As an amateur astrophotographer, I'm looking for planning capabilities in an IOS app and I can't find any doing that and I'm not sure yours does it. By the way, I already own the Pro version.
For instance, I would like to know the objects (nebula, cluster...) that I could see given the following criteria:
- 45 degrees above the horizon (as altitude affects the quality of the image) - DSO's that will be available during a specific time (some apps tells me that he object is available at 9am. As you can imagine not very useful as I'm particularly interested in imaging during night hours)
- DSO's that will be visible for at least as specific amount of time (I.e. 120min). Important when you plan for an imaging session
- Is the object going to cross the meridian? Important because the telescope mount will have to flip and things need to be readjusted unless you have a $60K mount
- A way to indicate FOV criteria. For instance. If I'm imaging with a telescope equipment that gives me a field of view of 32 arc minutes by 66 arc minutes, I'm not interested to see in the results the North American Nebula which is a much larger object and my equipment won't be able to image it properly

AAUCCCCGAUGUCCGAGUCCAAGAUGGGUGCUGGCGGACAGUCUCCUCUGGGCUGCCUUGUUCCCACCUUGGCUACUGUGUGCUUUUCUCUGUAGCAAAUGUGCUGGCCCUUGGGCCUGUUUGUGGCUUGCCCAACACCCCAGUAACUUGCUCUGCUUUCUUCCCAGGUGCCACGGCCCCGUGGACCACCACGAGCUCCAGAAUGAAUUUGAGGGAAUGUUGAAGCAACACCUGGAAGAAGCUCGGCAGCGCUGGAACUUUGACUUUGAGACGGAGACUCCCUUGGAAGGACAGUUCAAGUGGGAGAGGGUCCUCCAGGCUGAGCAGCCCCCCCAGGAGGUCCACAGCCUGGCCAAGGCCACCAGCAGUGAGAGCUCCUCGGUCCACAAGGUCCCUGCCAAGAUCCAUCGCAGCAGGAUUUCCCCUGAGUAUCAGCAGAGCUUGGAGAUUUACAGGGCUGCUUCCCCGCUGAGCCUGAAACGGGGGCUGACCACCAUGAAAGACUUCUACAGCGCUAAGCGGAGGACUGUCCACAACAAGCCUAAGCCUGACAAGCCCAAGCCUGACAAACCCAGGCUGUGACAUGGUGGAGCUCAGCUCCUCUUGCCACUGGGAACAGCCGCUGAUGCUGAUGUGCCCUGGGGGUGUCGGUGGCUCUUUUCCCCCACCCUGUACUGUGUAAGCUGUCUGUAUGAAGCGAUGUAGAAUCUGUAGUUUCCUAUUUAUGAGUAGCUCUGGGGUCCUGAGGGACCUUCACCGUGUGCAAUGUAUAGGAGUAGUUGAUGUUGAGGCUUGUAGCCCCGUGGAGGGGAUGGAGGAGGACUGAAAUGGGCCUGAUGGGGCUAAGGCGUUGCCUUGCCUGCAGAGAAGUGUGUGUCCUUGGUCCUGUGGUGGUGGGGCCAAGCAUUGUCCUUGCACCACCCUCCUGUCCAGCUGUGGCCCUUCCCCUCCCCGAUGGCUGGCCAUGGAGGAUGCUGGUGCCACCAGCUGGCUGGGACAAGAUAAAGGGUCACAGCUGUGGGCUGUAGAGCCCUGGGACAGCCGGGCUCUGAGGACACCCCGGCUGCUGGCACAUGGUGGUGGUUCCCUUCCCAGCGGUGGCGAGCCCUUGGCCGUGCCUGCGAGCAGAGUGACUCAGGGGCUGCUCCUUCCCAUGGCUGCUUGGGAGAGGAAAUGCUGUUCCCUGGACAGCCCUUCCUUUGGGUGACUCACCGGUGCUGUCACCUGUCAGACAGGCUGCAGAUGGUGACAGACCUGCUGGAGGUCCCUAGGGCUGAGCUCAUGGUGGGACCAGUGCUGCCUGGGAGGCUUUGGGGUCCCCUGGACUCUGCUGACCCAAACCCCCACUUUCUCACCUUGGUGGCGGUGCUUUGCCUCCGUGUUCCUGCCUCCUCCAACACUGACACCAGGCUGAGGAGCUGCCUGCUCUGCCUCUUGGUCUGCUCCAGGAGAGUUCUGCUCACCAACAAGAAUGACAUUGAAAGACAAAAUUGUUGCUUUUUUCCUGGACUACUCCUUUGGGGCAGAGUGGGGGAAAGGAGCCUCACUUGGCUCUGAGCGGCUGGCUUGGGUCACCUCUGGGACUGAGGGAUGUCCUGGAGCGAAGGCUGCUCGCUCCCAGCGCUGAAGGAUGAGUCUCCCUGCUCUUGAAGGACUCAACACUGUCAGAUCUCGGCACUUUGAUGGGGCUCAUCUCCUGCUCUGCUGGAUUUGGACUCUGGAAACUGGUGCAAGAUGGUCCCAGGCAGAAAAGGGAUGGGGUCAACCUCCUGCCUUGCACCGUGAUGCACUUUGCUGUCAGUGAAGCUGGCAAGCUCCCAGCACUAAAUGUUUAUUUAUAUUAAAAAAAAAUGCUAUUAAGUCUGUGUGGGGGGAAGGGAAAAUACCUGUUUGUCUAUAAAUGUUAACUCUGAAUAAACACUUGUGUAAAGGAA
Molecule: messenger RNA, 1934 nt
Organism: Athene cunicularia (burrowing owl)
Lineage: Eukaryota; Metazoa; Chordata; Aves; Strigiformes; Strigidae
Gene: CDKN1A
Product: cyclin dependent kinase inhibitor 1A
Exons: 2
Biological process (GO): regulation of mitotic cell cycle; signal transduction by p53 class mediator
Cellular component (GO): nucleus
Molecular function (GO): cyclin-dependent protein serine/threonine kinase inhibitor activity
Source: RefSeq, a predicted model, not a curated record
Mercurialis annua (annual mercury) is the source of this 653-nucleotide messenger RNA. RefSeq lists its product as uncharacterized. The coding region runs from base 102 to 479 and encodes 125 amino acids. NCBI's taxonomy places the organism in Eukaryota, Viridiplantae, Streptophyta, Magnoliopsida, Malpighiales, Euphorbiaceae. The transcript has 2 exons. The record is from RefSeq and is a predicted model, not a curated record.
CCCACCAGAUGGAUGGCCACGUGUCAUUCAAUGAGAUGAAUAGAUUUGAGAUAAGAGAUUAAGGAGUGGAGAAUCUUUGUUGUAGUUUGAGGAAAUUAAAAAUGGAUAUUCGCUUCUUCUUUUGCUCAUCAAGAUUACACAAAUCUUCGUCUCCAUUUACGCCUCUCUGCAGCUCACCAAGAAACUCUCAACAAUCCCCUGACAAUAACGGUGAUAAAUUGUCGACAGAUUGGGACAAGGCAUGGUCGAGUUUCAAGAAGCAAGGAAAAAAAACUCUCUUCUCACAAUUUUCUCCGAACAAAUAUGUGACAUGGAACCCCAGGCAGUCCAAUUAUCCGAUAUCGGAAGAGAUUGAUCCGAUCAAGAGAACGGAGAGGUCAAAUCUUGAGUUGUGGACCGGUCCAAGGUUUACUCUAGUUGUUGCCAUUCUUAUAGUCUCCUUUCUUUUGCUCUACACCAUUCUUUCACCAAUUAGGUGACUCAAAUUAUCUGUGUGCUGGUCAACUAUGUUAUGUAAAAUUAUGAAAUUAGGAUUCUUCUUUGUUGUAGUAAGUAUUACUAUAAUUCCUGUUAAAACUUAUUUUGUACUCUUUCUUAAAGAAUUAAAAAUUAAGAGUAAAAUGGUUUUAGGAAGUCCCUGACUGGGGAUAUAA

- Select magnitude
These would be basic settings. A true astronomic planning software will give you a lot more criteria to select like seeing, visibility, better objects based on your specific visual equipment (I.e. Mono, color, filter types...). Planning software can very sophisticated but having at least some basic parameters that you can plan with could help for planning visual or imaging sessions. A good example of a very powerful planning app in Windows is SkyTools.
By the way, there is an app called "Observer Pro" in the Apple Store, that although no longer maintained, it gets a lot of good feedback in CloudyNights.com. As far as I know, this is the only app that provides some level of sky planning in IOS platform. You can get some additional ideas from the app. It's not super intuitive -but you can see the instructions in settings-, but it gets the job done to a certain extend. It even lets you define your own horizon (using your camera phone) and base on that, the best hours to see or visual a specific object. Also, it would be ideal if you could simulate the size of the object based on your specific equipment and FOV, this way, you will know if you will crop a specific object or it will be whole in your FOV.
Let me know what you think.
Miquel Casas Portland, OR Rose City Astronomers
Ps: if at some point you need a beta tester, you can let me know too